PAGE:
The corner group of 4^3 is exactly like that of the 3^3. It has 8!*3^7 elements.
Now to calculate the order of the whole group, we have to find
the order of the corner stabilizer group. That's the group of
moves that leave the corners fixed.
SO let's start by thinking about the edge group of the corner
stabilizer. I personally have a tool that exchanges two edge cubies
without moving corners. Since the edge group is transitive, I can
exchange any two edges without moving corners.
You cannot flip any edge of the 4^3 without moving it. So there's no
edge-flippage in the 3^3 sense on the 4^3. That means that the edge
group in the corner stabilizer has order 24!.
Now all there is left is compute the order of the edge AND corner
stabilizer. The inside twists (slices) are center-even. The outside
twists (faces) are center-odd, but they are also corner-odd, and so if
we want to bring the corners home we have to make an even number of
outside twists. That means that all the center-permutations in the
edge-and-corner stabilizer are even. But how many of these can be
I have a tool that exchanges two pairs of centers. I think (but I
haven't yet proved) that the center group is 4-transitive, so that
ANY two pairs of centers can be exchanged. That means that all the
even permutations of centers can be done without perturbing edges and
corners. Hence the size of the edge-and-corner stabilizer is 24!/2.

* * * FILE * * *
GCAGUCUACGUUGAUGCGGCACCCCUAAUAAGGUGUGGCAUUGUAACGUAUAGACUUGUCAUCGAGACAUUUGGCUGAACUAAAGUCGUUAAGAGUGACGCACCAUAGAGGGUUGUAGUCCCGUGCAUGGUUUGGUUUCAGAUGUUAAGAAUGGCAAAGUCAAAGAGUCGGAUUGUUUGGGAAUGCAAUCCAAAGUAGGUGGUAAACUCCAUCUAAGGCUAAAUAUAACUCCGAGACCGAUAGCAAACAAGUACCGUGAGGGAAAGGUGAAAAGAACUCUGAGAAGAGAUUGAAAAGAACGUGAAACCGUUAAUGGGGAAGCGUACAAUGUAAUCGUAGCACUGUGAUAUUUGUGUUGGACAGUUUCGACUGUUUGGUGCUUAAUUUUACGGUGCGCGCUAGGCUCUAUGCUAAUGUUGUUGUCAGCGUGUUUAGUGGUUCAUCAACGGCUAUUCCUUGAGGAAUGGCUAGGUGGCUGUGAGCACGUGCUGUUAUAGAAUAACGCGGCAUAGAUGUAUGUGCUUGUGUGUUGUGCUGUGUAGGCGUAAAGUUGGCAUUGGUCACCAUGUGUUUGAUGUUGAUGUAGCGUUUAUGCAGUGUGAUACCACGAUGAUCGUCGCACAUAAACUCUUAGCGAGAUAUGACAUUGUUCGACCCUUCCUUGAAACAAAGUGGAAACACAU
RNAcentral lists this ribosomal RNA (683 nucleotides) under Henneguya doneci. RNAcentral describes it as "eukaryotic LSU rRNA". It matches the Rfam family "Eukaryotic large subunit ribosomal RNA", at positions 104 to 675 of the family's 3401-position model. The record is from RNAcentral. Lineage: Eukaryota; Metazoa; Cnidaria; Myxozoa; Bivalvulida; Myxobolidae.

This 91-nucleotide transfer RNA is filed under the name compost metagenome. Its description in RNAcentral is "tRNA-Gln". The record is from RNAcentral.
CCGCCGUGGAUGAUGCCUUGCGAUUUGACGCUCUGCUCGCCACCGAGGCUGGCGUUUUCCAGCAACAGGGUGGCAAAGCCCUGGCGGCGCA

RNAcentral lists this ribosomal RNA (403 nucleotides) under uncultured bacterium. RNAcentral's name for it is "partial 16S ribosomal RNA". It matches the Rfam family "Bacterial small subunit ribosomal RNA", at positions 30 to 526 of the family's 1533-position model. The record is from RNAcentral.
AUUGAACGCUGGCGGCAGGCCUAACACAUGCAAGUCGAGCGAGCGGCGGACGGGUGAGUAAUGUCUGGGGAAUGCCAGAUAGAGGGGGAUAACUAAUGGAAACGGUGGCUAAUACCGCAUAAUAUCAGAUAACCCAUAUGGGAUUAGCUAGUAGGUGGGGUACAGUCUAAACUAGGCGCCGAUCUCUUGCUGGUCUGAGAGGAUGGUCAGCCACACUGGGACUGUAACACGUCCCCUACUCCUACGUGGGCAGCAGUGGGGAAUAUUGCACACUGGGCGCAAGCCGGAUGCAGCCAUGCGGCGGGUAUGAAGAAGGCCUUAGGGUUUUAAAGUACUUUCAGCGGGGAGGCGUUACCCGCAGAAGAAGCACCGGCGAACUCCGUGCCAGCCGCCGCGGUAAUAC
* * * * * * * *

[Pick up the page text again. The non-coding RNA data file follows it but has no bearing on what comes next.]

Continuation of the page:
As for supergroupiness, Dave Plummer just pointed out to me that
once you know a center's position, you know its orientation, since
center cubies always keep one corner pointing to the middle of the
face. So 4^3 has no supergroup.
So the order of the 4^3 group is 8!*3^7*24!*24!/2. In numbers, if you insist, |4^3|= 16,972,688,908,618,238,933,770,849,245,964,147,960,401,887,232,000,000,000 or about 1.7*10^55.
Now that number is a little deceptive, because it includes whole-cube
rotations. The 4^3 has no nice fixed reference frame like the 3^3 has.
If you don't want to count whole-cube rotations you have to divide by
24, to get
707,195,371,192,426,622,240,452,051,915,172,831,683,411,968,000,000,000 or about 7.1*10^53.
Finally, we have to face the fact that the center cubies are
in six nonintradistinguishable sets of four. (All the edge cubies are
distinguishable by color or orientation). So we have to divide our
last result by 4!^6/2. That leaves
or about 7.4*10^45 distinguishable color patterns. Remember that these
do not form a group.
I leave it as an exercise for Hoey and Saxe to find a lower bound for
the diameter of the group.